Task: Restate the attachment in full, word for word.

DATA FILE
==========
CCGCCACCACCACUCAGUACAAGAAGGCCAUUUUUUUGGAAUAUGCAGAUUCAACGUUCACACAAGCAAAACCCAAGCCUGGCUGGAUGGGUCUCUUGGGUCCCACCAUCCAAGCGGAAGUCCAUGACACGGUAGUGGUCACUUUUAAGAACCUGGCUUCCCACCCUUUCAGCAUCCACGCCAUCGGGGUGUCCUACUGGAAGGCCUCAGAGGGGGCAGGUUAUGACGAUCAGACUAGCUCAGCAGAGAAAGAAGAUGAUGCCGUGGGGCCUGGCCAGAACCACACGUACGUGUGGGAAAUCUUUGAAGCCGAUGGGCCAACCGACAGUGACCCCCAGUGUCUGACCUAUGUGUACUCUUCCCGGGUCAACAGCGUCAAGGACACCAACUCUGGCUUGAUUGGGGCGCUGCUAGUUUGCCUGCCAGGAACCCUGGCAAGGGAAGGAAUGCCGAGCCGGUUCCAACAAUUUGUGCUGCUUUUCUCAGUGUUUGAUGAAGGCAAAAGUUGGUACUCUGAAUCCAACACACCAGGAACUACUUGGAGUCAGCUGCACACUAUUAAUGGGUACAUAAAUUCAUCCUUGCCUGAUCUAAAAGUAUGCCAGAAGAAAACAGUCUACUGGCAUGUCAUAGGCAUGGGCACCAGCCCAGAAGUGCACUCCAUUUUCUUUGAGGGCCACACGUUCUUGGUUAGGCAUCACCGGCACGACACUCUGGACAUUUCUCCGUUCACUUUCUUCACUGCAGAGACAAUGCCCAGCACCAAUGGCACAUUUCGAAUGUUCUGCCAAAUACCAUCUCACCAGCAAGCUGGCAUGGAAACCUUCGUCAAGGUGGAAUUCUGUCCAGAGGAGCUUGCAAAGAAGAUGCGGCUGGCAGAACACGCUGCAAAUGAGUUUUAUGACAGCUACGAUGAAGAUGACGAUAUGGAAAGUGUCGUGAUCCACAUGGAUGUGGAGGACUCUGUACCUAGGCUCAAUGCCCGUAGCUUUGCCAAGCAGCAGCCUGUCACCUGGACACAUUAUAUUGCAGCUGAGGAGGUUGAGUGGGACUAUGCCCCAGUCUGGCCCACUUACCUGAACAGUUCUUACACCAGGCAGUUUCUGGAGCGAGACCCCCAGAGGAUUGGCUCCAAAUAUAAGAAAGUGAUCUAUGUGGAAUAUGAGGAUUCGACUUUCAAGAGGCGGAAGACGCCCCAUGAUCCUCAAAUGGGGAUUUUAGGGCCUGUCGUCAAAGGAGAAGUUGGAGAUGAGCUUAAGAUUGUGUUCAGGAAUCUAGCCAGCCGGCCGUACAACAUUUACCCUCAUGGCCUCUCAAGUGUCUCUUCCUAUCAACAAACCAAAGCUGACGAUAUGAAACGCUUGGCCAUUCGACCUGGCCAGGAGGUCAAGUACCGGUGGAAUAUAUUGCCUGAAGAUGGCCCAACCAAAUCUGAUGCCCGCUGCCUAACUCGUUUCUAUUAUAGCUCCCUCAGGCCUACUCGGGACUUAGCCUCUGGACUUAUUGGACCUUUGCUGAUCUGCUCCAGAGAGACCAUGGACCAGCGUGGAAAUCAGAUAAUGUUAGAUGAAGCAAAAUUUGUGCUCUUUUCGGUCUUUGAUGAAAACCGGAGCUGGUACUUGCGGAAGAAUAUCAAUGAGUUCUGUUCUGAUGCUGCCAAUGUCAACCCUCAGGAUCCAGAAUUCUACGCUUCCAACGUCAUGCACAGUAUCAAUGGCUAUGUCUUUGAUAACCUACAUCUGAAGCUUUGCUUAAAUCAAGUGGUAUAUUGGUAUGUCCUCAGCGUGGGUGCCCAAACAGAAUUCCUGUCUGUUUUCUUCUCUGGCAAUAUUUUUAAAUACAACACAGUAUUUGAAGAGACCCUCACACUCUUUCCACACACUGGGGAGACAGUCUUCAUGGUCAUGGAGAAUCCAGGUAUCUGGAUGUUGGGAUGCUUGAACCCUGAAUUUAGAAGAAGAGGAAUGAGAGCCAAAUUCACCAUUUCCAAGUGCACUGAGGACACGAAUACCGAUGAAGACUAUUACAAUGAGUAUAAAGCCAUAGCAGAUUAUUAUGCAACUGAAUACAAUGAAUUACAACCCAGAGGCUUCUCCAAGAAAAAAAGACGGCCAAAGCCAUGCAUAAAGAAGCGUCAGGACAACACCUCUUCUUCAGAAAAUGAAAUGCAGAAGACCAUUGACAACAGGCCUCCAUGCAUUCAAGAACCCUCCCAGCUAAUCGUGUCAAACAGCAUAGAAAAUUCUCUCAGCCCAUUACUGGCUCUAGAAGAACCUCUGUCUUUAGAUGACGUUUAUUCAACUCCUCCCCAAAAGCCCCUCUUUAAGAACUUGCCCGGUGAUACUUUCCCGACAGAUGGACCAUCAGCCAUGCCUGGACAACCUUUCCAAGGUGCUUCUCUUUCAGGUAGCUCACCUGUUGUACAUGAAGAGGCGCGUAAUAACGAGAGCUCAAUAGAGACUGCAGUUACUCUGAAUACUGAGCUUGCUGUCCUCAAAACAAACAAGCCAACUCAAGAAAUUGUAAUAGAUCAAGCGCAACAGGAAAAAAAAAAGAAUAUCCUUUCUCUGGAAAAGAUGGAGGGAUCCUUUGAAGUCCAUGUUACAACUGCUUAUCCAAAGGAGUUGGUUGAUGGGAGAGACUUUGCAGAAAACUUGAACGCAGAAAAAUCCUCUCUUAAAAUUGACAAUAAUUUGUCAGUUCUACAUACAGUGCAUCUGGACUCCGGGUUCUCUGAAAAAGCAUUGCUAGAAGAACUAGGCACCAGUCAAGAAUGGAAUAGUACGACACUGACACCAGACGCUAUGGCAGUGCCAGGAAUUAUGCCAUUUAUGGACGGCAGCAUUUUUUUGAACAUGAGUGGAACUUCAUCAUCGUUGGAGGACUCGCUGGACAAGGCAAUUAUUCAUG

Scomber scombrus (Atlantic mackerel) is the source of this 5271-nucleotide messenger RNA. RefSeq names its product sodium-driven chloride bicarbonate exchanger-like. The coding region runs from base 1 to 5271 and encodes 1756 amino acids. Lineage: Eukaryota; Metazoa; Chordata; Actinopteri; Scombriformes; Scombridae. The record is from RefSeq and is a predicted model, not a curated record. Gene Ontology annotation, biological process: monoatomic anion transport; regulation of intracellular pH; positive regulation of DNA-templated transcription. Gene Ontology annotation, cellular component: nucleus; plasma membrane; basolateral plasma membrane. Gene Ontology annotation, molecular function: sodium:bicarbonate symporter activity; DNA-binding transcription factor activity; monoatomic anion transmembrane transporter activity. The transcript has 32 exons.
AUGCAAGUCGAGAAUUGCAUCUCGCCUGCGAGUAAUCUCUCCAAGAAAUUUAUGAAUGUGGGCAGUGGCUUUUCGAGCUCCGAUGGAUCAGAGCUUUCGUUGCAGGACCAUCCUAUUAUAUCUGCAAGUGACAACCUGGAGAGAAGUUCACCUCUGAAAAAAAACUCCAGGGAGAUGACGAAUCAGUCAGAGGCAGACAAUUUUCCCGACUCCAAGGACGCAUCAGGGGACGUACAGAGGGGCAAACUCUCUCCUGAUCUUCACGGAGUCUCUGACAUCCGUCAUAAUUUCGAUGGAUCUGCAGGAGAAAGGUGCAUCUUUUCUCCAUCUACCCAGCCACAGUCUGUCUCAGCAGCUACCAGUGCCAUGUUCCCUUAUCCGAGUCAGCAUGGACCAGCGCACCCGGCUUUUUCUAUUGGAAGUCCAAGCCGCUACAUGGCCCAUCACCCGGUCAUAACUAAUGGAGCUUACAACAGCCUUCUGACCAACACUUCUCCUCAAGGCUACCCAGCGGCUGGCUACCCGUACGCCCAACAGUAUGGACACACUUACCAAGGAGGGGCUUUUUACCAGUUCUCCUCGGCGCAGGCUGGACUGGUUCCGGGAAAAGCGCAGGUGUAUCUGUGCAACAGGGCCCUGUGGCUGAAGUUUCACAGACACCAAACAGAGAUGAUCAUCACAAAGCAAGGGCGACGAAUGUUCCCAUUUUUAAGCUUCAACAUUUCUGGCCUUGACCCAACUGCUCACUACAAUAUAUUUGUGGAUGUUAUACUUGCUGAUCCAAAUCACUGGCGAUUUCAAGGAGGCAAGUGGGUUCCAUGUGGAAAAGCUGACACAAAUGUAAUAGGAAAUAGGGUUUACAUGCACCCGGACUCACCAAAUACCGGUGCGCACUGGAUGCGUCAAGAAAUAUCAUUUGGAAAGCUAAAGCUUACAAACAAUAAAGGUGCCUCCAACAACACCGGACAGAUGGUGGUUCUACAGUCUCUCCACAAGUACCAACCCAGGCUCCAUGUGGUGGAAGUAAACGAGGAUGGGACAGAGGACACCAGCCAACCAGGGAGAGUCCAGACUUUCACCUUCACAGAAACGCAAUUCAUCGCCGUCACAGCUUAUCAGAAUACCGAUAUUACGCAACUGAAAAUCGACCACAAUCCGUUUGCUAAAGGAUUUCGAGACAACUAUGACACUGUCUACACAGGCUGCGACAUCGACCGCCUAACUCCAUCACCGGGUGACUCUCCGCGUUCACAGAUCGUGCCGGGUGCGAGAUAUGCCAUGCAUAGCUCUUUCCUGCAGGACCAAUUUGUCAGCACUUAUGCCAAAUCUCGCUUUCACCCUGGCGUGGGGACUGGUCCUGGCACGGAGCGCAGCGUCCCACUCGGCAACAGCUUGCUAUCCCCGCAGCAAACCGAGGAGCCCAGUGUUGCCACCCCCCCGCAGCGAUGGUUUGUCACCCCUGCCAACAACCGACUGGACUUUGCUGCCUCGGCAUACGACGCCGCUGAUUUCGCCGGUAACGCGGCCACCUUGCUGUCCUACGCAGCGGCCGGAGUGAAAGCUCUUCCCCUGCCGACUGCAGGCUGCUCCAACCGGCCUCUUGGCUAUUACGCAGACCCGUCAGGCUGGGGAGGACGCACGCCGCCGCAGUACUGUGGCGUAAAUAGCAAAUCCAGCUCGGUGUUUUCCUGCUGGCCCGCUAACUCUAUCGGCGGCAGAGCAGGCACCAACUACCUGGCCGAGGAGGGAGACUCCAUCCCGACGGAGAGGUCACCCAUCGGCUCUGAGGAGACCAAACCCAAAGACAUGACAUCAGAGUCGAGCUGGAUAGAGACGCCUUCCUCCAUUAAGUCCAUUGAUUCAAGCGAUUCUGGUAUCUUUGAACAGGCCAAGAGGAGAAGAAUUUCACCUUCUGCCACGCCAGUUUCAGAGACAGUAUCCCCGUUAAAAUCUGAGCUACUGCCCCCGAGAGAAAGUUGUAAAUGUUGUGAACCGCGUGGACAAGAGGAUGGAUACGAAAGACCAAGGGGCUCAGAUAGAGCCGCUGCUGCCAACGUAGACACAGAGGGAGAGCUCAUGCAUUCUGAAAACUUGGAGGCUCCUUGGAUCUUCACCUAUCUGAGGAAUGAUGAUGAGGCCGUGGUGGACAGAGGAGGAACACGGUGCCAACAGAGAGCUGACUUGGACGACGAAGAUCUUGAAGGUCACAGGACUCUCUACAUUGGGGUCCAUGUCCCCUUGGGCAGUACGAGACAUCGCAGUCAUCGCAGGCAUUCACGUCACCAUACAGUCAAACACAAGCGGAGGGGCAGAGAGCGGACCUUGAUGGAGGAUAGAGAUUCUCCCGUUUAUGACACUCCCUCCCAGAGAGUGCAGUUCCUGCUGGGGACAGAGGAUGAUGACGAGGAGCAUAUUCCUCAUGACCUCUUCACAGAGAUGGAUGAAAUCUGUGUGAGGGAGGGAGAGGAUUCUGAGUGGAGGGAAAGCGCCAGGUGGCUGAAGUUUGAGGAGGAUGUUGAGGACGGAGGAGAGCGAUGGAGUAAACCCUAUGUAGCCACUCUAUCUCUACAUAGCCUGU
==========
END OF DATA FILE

CCGCCACCACCACUCAGUACAAGAAGGCCAUUUUUUUGGAAUAUGCAGAUUCAACGUUCACACAAGCAAAACCCAAGCCUGGCUGGAUGGGUCUCUUGGGUCCCACCAUCCAAGCGGAAGUCCAUGACACGGUAGUGGUCACUUUUAAGAACCUGGCUUCCCACCCUUUCAGCAUCCACGCCAUCGGGGUGUCCUACUGGAAGGCCUCAGAGGGGGCAGGUUAUGACGAUCAGACUAGCUCAGCAGAGAAAGAAGAUGAUGCCGUGGGGCCUGGCCAGAACCACACGUACGUGUGGGAAAUCUUUGAAGCCGAUGGGCCAACCGACAGUGACCCCCAGUGUCUGACCUAUGUGUACUCUUCCCGGGUCAACAGCGUCAAGGACACCAACUCUGGCUUGAUUGGGGCGCUGCUAGUUUGCCUGCCAGGAACCCUGGCAAGGGAAGGAAUGCCGAGCCGGUUCCAACAAUUUGUGCUGCUUUUCUCAGUGUUUGAUGAAGGCAAAAGUUGGUACUCUGAAUCCAACACACCAGGAACUACUUGGAGUCAGCUGCACACUAUUAAUGGGUACAUAAAUUCAUCCUUGCCUGAUCUAAAAGUAUGCCAGAAGAAAACAGUCUACUGGCAUGUCAUAGGCAUGGGCACCAGCCCAGAAGUGCACUCCAUUUUCUUUGAGGGCCACACGUUCUUGGUUAGGCAUCACCGGCACGACACUCUGGACAUUUCUCCGUUCACUUUCUUCACUGCAGAGACAAUGCCCAGCACCAAUGGCACAUUUCGAAUGUUCUGCCAAAUACCAUCUCACCAGCAAGCUGGCAUGGAAACCUUCGUCAAGGUGGAAUUCUGUCCAGAGGAGCUUGCAAAGAAGAUGCGGCUGGCAGAACACGCUGCAAAUGAGUUUUAUGACAGCUACGAUGAAGAUGACGAUAUGGAAAGUGUCGUGAUCCACAUGGAUGUGGAGGACUCUGUACCUAGGCUCAAUGCCCGUAGCUUUGCCAAGCAGCAGCCUGUCACCUGGACACAUUAUAUUGCAGCUGAGGAGGUUGAGUGGGACUAUGCCCCAGUCUGGCCCACUUACCUGAACAGUUCUUACACCAGGCAGUUUCUGGAGCGAGACCCCCAGAGGAUUGGCUCCAAAUAUAAGAAAGUGAUCUAUGUGGAAUAUGAGGAUUCGACUUUCAAGAGGCGGAAGACGCCCCAUGAUCCUCAAAUGGGGAUUUUAGGGCCUGUCGUCAAAGGAGAAGUUGGAGAUGAGCUUAAGAUUGUGUUCAGGAAUCUAGCCAGCCGGCCGUACAACAUUUACCCUCAUGGCCUCUCAAGUGUCUCUUCCUAUCAACAAACCAAAGCUGACGAUAUGAAACGCUUGGCCAUUCGACCUGGCCAGGAGGUCAAGUACCGGUGGAAUAUAUUGCCUGAAGAUGGCCCAACCAAAUCUGAUGCCCGCUGCCUAACUCGUUUCUAUUAUAGCUCCCUCAGGCCUACUCGGGACUUAGCCUCUGGACUUAUUGGACCUUUGCUGAUCUGCUCCAGAGAGACCAUGGACCAGCGUGGAAAUCAGAUAAUGUUAGAUGAAGCAAAAUUUGUGCUCUUUUCGGUCUUUGAUGAAAACCGGAGCUGGUACUUGCGGAAGAAUAUCAAUGAGUUCUGUUCUGAUGCUGCCAAUGUCAACCCUCAGGAUCCAGAAUUCUACGCUUCCAACGUCAUGCACAGUAUCAAUGGCUAUGUCUUUGAUAACCUACAUCUGAAGCUUUGCUUAAAUCAAGUGGUAUAUUGGUAUGUCCUCAGCGUGGGUGCCCAAACAGAAUUCCUGUCUGUUUUCUUCUCUGGCAAUAUUUUUAAAUACAACACAGUAUUUGAAGAGACCCUCACACUCUUUCCACACACUGGGGAGACAGUCUUCAUGGUCAUGGAGAAUCCAGGUAUCUGGAUGUUGGGAUGCUUGAACCCUGAAUUUAGAAGAAGAGGAAUGAGAGCCAAAUUCACCAUUUCCAAGUGCACUGAGGACACGAAUACCGAUGAAGACUAUUACAAUGAGUAUAAAGCCAUAGCAGAUUAUUAUGCAACUGAAUACAAUGAAUUACAACCCAGAGGCUUCUCCAAGAAAAAAAGACGGCCAAAGCCAUGCAUAAAGAAGCGUCAGGACAACACCUCUUCUUCAGAAAAUGAAAUGCAGAAGACCAUUGACAACAGGCCUCCAUGCAUUCAAGAACCCUCCCAGCUAAUCGUGUCAAACAGCAUAGAAAAUUCUCUCAGCCCAUUACUGGCUCUAGAAGAACCUCUGUCUUUAGAUGACGUUUAUUCAACUCCUCCCCAAAAGCCCCUCUUUAAGAACUUGCCCGGUGAUACUUUCCCGACAGAUGGACCAUCAGCCAUGCCUGGACAACCUUUCCAAGGUGCUUCUCUUUCAGGUAGCUCACCUGUUGUACAUGAAGAGGCGCGUAAUAACGAGAGCUCAAUAGAGACUGCAGUUACUCUGAAUACUGAGCUUGCUGUCCUCAAAACAAACAAGCCAACUCAAGAAAUUGUAAUAGAUCAAGCGCAACAGGAAAAAAAAAAGAAUAUCCUUUCUCUGGAAAAGAUGGAGGGAUCCUUUGAAGUCCAUGUUACAACUGCUUAUCCAAAGGAGUUGGUUGAUGGGAGAGACUUUGCAGAAAACUUGAACGCAGAAAAAUCCUCUCUUAAAAUUGACAAUAAUUUGUCAGUUCUACAUACAGUGCAUCUGGACUCCGGGUUCUCUGAAAAAGCAUUGCUAGAAGAACUAGGCACCAGUCAAGAAUGGAAUAGUACGACACUGACACCAGACGCUAUGGCAGUGCCAGGAAUUAUGCCAUUUAUGGACGGCAGCAUUUUUUUGAACAUGAGUGGAACUUCAUCAUCGUUGGAGGACUCGCUGGACAAGGCAAUUAUUCAUG

Scomber scombrus (Atlantic mackerel) is the source of this 5271-nucleotide messenger RNA. RefSeq names its product sodium-driven chloride bicarbonate exchanger-like. The coding region runs from base 1 to 5271 and encodes 1756 amino acids. Lineage: Eukaryota; Metazoa; Chordata; Actinopteri; Scombriformes; Scombridae. The record is from RefSeq and is a predicted model, not a curated record. Gene Ontology annotation, biological process: monoatomic anion transport; regulation of intracellular pH; positive regulation of DNA-templated transcription. Gene Ontology annotation, cellular component: nucleus; plasma membrane; basolateral plasma membrane. Gene Ontology annotation, molecular function: sodium:bicarbonate symporter activity; DNA-binding transcription factor activity; monoatomic anion transmembrane transporter activity. The transcript has 32 exons.
AUGCAAGUCGAGAAUUGCAUCUCGCCUGCGAGUAAUCUCUCCAAGAAAUUUAUGAAUGUGGGCAGUGGCUUUUCGAGCUCCGAUGGAUCAGAGCUUUCGUUGCAGGACCAUCCUAUUAUAUCUGCAAGUGACAACCUGGAGAGAAGUUCACCUCUGAAAAAAAACUCCAGGGAGAUGACGAAUCAGUCAGAGGCAGACAAUUUUCCCGACUCCAAGGACGCAUCAGGGGACGUACAGAGGGGCAAACUCUCUCCUGAUCUUCACGGAGUCUCUGACAUCCGUCAUAAUUUCGAUGGAUCUGCAGGAGAAAGGUGCAUCUUUUCUCCAUCUACCCAGCCACAGUCUGUCUCAGCAGCUACCAGUGCCAUGUUCCCUUAUCCGAGUCAGCAUGGACCAGCGCACCCGGCUUUUUCUAUUGGAAGUCCAAGCCGCUACAUGGCCCAUCACCCGGUCAUAACUAAUGGAGCUUACAACAGCCUUCUGACCAACACUUCUCCUCAAGGCUACCCAGCGGCUGGCUACCCGUACGCCCAACAGUAUGGACACACUUACCAAGGAGGGGCUUUUUACCAGUUCUCCUCGGCGCAGGCUGGACUGGUUCCGGGAAAAGCGCAGGUGUAUCUGUGCAACAGGGCCCUGUGGCUGAAGUUUCACAGACACCAAACAGAGAUGAUCAUCACAAAGCAAGGGCGACGAAUGUUCCCAUUUUUAAGCUUCAACAUUUCUGGCCUUGACCCAACUGCUCACUACAAUAUAUUUGUGGAUGUUAUACUUGCUGAUCCAAAUCACUGGCGAUUUCAAGGAGGCAAGUGGGUUCCAUGUGGAAAAGCUGACACAAAUGUAAUAGGAAAUAGGGUUUACAUGCACCCGGACUCACCAAAUACCGGUGCGCACUGGAUGCGUCAAGAAAUAUCAUUUGGAAAGCUAAAGCUUACAAACAAUAAAGGUGCCUCCAACAACACCGGACAGAUGGUGGUUCUACAGUCUCUCCACAAGUACCAACCCAGGCUCCAUGUGGUGGAAGUAAACGAGGAUGGGACAGAGGACACCAGCCAACCAGGGAGAGUCCAGACUUUCACCUUCACAGAAACGCAAUUCAUCGCCGUCACAGCUUAUCAGAAUACCGAUAUUACGCAACUGAAAAUCGACCACAAUCCGUUUGCUAAAGGAUUUCGAGACAACUAUGACACUGUCUACACAGGCUGCGACAUCGACCGCCUAACUCCAUCACCGGGUGACUCUCCGCGUUCACAGAUCGUGCCGGGUGCGAGAUAUGCCAUGCAUAGCUCUUUCCUGCAGGACCAAUUUGUCAGCACUUAUGCCAAAUCUCGCUUUCACCCUGGCGUGGGGACUGGUCCUGGCACGGAGCGCAGCGUCCCACUCGGCAACAGCUUGCUAUCCCCGCAGCAAACCGAGGAGCCCAGUGUUGCCACCCCCCCGCAGCGAUGGUUUGUCACCCCUGCCAACAACCGACUGGACUUUGCUGCCUCGGCAUACGACGCCGCUGAUUUCGCCGGUAACGCGGCCACCUUGCUGUCCUACGCAGCGGCCGGAGUGAAAGCUCUUCCCCUGCCGACUGCAGGCUGCUCCAACCGGCCUCUUGGCUAUUACGCAGACCCGUCAGGCUGGGGAGGACGCACGCCGCCGCAGUACUGUGGCGUAAAUAGCAAAUCCAGCUCGGUGUUUUCCUGCUGGCCCGCUAACUCUAUCGGCGGCAGAGCAGGCACCAACUACCUGGCCGAGGAGGGAGACUCCAUCCCGACGGAGAGGUCACCCAUCGGCUCUGAGGAGACCAAACCCAAAGACAUGACAUCAGAGUCGAGCUGGAUAGAGACGCCUUCCUCCAUUAAGUCCAUUGAUUCAAGCGAUUCUGGUAUCUUUGAACAGGCCAAGAGGAGAAGAAUUUCACCUUCUGCCACGCCAGUUUCAGAGACAGUAUCCCCGUUAAAAUCUGAGCUACUGCCCCCGAGAGAAAGUUGUAAAUGUUGUGAACCGCGUGGACAAGAGGAUGGAUACGAAAGACCAAGGGGCUCAGAUAGAGCCGCUGCUGCCAACGUAGACACAGAGGGAGAGCUCAUGCAUUCUGAAAACUUGGAGGCUCCUUGGAUCUUCACCUAUCUGAGGAAUGAUGAUGAGGCCGUGGUGGACAGAGGAGGAACACGGUGCCAACAGAGAGCUGACUUGGACGACGAAGAUCUUGAAGGUCACAGGACUCUCUACAUUGGGGUCCAUGUCCCCUUGGGCAGUACGAGACAUCGCAGUCAUCGCAGGCAUUCACGUCACCAUACAGUCAAACACAAGCGGAGGGGCAGAGAGCGGACCUUGAUGGAGGAUAGAGAUUCUCCCGUUUAUGACACUCCCUCCCAGAGAGUGCAGUUCCUGCUGGGGACAGAGGAUGAUGACGAGGAGCAUAUUCCUCAUGACCUCUUCACAGAGAUGGAUGAAAUCUGUGUGAGGGAGGGAGAGGAUUCUGAGUGGAGGGAAAGCGCCAGGUGGCUGAAGUUUGAGGAGGAUGUUGAGGACGGAGGAGAGCGAUGGAGUAAACCCUAUGUAGCCACUCUAUCUCUACAUAGCCUGU